Now it’s time to Practice. Here are Five Ways: Read More→


0Listen or Read How!

Seventeen Ways To Keep Your Audience Engaged!

Those seated in your audience have a rather short attention span. Keeping them listening and absorbing your presentation is a worthy goal. They’ll never GET IT! if you don’t keep them engaged.

There is a reason TED Talks are eighteen minutes. TED curator Chris Anderson explains the organization’s thinking this way: It (eighteen minutes) is long enough to be serious, and short enough to hold people’s attention.

Your talk is probably longer than eighteen minutes, and keeping the audience mentally involved in your presentation can be challenging.

Here are Seventeen Ways to Accomplish This:

  1. Start with the Venue
    • Temperature.
      • If the room is too warm, some people might nod off. (Snoring and falling off chairs is not a good thing!)
      • A bit cooler is better than too warm.
    • Lighting.
      • Since non-verbal communication trumps verbal, people must be able to see you.
      • I once attended a large “Economic Summit” sponsored by a bank where speakers stood in one of the darkest areas of the room. Read More→

0WHY the Fear of Public Speaking and Nuggets to Lessen It!

This presentation was recently delivered at an e4e (Experts for Entrepreneurs) event.

The short answer to WHY? the Fear of Public Speaking is – Why Not! 

Think about it. Most of our conversations are one-on-one. Standing and speaking in front of many eyeballs takes us out of our comfort zone. That’s why we’re uncomfortable doing public speaking.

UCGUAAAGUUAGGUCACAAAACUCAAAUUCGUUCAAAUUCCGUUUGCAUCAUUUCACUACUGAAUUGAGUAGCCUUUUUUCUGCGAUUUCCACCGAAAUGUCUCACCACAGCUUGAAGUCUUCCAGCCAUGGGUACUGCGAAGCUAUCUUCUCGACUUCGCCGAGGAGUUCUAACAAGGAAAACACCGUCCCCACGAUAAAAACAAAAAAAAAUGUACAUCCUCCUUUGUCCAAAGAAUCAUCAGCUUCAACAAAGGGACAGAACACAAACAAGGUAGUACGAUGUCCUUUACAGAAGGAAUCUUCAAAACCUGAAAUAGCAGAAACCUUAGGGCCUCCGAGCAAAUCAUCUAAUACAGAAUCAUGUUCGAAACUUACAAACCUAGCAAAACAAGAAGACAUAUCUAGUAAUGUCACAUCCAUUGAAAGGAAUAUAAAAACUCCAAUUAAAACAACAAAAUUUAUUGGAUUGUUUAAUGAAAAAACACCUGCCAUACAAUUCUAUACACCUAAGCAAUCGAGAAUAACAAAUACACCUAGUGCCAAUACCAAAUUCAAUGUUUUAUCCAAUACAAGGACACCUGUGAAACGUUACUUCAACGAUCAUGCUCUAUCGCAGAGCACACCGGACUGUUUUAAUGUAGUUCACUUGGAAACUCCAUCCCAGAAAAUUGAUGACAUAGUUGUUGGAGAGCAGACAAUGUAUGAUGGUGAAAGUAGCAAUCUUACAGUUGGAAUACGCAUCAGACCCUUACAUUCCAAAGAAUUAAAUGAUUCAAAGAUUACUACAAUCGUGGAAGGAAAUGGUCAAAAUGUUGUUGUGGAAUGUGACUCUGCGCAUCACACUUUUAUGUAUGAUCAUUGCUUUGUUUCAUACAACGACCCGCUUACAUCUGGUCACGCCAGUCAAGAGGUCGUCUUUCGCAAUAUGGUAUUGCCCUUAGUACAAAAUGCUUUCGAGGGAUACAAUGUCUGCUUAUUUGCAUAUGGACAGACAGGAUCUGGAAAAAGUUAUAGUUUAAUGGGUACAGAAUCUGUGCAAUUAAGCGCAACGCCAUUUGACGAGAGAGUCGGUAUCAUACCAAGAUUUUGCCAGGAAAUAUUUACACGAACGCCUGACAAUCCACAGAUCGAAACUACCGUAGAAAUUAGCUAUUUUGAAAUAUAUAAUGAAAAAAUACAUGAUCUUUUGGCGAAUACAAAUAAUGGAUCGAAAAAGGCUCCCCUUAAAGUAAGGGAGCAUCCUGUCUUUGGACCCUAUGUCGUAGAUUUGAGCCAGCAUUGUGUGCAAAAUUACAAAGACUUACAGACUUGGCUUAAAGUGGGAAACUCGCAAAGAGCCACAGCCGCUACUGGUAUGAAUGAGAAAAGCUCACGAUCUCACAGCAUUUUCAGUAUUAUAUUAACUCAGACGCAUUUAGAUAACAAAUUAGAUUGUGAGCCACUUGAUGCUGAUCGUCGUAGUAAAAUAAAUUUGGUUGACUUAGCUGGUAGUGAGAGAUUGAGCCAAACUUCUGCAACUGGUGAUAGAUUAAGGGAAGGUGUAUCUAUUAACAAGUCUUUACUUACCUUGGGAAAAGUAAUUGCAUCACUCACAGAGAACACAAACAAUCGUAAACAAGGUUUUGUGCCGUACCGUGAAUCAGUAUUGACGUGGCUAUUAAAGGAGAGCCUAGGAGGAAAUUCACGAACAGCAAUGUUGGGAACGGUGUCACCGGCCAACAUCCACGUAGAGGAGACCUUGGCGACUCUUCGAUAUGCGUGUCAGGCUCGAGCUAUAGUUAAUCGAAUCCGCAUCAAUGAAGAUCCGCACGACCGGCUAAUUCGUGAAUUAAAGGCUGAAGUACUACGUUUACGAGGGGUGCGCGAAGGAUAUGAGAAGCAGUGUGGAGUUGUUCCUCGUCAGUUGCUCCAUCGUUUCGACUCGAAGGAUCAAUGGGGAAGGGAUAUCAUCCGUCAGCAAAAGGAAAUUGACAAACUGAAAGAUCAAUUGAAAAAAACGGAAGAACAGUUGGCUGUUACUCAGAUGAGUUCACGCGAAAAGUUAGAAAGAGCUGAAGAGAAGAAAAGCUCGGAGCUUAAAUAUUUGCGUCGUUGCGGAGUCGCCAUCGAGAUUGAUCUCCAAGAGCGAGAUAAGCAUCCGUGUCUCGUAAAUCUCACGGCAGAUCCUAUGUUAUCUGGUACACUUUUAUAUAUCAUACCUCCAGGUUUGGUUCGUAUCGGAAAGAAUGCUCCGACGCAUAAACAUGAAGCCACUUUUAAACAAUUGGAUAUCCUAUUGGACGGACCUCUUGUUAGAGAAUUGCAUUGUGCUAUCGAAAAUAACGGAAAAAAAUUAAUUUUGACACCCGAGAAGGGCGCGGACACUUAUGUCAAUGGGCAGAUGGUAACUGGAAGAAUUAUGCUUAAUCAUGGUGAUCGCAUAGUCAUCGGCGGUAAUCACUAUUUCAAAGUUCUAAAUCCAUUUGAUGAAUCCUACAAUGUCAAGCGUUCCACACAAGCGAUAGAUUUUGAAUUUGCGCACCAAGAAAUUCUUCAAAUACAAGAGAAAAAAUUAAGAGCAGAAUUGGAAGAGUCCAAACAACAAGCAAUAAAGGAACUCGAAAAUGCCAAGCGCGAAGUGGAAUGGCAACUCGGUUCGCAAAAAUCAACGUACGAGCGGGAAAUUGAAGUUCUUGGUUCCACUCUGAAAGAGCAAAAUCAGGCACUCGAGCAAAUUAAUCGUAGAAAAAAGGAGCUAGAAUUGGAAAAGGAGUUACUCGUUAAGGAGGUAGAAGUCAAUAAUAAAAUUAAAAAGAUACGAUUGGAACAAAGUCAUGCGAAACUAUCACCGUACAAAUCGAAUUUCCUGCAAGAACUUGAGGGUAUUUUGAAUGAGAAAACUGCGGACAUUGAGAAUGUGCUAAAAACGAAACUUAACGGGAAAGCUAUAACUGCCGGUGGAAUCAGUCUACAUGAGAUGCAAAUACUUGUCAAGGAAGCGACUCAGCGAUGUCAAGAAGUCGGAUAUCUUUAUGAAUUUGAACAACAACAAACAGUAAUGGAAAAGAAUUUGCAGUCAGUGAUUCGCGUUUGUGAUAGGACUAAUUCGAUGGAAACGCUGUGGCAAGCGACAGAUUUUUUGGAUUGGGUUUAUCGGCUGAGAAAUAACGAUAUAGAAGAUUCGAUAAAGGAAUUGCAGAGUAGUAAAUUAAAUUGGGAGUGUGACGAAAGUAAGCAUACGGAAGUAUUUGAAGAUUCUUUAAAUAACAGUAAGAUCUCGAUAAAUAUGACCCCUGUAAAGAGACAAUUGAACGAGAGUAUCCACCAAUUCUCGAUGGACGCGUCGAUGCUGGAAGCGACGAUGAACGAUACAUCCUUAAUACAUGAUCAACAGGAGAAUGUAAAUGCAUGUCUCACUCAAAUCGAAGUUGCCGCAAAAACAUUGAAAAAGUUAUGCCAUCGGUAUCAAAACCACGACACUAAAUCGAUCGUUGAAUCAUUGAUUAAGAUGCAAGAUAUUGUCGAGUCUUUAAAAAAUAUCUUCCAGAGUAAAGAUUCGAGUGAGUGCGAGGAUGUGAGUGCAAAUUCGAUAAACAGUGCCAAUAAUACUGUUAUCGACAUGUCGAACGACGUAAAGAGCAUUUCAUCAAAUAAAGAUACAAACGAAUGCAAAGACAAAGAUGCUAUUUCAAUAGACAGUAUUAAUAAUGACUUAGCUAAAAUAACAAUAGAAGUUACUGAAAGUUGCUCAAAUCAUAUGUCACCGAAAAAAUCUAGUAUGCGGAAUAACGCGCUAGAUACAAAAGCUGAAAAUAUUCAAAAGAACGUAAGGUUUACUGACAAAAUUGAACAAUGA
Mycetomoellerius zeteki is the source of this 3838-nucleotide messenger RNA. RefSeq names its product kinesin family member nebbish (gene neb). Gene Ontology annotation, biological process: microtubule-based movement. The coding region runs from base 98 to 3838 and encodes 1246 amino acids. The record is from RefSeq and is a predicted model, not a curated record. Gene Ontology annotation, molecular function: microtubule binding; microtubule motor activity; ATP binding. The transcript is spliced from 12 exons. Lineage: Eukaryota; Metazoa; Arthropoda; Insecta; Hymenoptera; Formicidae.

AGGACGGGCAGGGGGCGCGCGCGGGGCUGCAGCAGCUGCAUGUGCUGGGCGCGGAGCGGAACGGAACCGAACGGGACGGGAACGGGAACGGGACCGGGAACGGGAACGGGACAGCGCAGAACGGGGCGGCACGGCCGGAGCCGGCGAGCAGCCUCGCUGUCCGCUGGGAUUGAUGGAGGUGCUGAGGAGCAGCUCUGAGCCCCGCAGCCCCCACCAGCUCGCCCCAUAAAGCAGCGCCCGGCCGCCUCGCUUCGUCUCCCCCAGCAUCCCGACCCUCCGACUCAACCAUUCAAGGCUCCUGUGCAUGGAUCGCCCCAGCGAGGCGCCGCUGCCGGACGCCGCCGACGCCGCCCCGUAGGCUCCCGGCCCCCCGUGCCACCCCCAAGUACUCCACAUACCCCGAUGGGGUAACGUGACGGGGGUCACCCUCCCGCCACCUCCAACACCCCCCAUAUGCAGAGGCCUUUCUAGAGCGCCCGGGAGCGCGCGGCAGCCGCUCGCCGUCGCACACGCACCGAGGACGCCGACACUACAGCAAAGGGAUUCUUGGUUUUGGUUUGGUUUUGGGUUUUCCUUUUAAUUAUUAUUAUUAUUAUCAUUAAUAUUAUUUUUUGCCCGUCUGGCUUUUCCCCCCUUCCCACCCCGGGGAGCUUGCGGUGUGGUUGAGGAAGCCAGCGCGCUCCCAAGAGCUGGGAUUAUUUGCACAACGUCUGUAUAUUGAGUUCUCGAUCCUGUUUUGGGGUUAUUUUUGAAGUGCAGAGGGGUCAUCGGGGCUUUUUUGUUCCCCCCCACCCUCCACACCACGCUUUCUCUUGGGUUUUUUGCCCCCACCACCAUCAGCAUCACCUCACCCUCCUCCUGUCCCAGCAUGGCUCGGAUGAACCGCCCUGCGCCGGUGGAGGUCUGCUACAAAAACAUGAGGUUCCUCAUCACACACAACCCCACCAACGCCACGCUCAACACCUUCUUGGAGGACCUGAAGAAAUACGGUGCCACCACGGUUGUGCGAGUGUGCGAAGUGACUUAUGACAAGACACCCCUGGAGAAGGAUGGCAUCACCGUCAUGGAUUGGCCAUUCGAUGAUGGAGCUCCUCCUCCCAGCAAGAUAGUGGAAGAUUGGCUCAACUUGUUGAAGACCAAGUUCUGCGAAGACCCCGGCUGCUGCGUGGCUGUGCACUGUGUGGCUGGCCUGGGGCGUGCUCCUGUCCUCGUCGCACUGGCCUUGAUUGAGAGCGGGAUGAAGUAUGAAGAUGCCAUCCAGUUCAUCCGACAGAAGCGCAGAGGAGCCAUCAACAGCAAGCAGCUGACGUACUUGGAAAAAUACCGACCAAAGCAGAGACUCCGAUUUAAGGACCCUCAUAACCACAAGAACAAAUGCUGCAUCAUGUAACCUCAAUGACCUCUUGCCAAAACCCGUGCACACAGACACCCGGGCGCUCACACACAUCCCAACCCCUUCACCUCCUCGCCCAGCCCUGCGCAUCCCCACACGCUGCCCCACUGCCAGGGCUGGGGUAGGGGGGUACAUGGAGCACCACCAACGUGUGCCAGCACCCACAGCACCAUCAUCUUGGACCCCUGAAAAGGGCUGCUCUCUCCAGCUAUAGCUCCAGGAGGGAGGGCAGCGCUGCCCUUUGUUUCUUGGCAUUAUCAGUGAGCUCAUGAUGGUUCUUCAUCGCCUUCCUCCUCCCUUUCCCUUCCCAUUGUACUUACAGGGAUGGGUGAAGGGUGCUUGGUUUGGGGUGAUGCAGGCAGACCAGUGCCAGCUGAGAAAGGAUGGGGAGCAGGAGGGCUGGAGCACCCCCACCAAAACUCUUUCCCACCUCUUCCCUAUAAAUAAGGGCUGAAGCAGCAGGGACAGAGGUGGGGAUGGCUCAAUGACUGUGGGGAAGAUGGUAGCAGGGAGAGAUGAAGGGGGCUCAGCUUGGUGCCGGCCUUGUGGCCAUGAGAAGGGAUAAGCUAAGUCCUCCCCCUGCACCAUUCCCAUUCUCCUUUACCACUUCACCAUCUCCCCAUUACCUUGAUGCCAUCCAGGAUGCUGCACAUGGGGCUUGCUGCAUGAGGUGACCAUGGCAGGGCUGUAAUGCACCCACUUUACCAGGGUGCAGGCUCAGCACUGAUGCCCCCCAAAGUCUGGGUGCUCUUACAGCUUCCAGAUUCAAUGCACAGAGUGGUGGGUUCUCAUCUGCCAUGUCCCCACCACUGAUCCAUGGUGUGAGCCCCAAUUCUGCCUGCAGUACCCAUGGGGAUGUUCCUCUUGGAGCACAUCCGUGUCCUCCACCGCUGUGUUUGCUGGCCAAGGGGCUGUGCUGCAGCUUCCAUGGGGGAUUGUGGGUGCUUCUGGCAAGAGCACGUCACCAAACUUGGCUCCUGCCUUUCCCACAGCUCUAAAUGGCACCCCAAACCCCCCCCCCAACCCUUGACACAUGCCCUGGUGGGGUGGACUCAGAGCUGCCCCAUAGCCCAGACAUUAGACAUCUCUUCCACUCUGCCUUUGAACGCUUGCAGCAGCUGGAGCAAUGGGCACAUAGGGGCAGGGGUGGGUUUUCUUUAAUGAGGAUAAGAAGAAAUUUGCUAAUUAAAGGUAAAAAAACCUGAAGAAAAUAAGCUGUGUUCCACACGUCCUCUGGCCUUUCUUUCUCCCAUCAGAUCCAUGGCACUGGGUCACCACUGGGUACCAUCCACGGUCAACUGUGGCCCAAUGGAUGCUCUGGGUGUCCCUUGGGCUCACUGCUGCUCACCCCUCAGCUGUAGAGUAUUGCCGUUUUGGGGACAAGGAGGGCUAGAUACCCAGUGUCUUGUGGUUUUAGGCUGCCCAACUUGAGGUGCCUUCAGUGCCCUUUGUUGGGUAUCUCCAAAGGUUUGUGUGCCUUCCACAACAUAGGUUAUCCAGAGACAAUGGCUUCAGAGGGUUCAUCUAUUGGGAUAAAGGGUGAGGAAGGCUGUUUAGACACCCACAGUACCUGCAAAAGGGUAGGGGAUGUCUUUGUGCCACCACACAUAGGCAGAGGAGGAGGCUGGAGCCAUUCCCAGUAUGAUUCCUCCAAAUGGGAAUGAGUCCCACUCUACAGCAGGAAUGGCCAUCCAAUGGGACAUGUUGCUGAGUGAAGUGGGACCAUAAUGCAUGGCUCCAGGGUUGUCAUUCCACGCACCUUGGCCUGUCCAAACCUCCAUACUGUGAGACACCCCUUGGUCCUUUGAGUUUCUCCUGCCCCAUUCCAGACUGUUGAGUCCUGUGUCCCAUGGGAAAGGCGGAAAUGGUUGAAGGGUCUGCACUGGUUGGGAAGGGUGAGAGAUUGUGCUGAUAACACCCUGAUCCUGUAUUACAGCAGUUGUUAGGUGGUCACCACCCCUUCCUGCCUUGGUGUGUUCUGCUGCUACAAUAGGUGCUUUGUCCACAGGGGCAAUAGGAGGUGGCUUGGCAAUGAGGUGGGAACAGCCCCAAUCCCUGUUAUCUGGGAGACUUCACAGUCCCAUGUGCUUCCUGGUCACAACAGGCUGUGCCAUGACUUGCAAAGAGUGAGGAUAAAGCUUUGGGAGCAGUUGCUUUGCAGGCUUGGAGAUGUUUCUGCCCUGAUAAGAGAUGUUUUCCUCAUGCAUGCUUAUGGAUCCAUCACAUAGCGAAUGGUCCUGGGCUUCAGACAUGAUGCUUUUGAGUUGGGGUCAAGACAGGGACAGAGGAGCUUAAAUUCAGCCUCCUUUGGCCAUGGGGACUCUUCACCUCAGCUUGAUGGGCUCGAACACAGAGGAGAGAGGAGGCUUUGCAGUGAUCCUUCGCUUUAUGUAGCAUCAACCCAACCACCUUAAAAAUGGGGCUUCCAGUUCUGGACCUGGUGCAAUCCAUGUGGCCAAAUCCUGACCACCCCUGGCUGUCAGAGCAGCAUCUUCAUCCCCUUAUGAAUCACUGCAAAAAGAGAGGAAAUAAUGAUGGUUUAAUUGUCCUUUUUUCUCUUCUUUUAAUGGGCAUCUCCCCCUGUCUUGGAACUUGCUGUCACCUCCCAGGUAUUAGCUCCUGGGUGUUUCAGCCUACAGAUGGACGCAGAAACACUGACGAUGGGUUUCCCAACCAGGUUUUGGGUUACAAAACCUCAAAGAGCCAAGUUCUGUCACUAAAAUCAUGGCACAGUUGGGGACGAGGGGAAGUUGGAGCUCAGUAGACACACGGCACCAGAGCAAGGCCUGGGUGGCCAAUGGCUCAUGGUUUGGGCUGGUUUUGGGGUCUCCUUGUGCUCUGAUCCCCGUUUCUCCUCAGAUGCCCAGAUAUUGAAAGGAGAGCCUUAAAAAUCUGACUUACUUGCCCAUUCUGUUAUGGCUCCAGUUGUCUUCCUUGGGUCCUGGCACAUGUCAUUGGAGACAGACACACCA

There are, however, three reasons to definitely have a Fear of Public Speaking: Read More→


The Ultimate Presentation Tip is. . .

0There is no ‘Magic Pill’

for lessening the fear of public speaking and becoming a better speaker. My best tips for accomplishing these goals have always been:

  • Practice! – Practice! – Practice!
  • Speak! – Speak! – Speak!

Many years ago, Ben Franklin, one of the founding fathers of the United States, said, “Tell me and I forget, teach me and I may remember, involve me and I learn.” That statement remains true today. The learning is in the doing.

You can do all the intellectualizing you want about becoming a great presenter: Watch videos, read books and articles, listen to audios of presenters and go see professionals in action. That stuff is all good, but until you Speak! nothing really moves forward and you won’t get better without Speaking!

However, there is a step beyond “doing” that can take your skill to a higher level. There’s a three part formula in medicine for attaining mastery:
“See one, do one, teach one.”

In this article, I’ll cover each element, and how it can be applied to improving presentation skills.

1. See One.
Read More→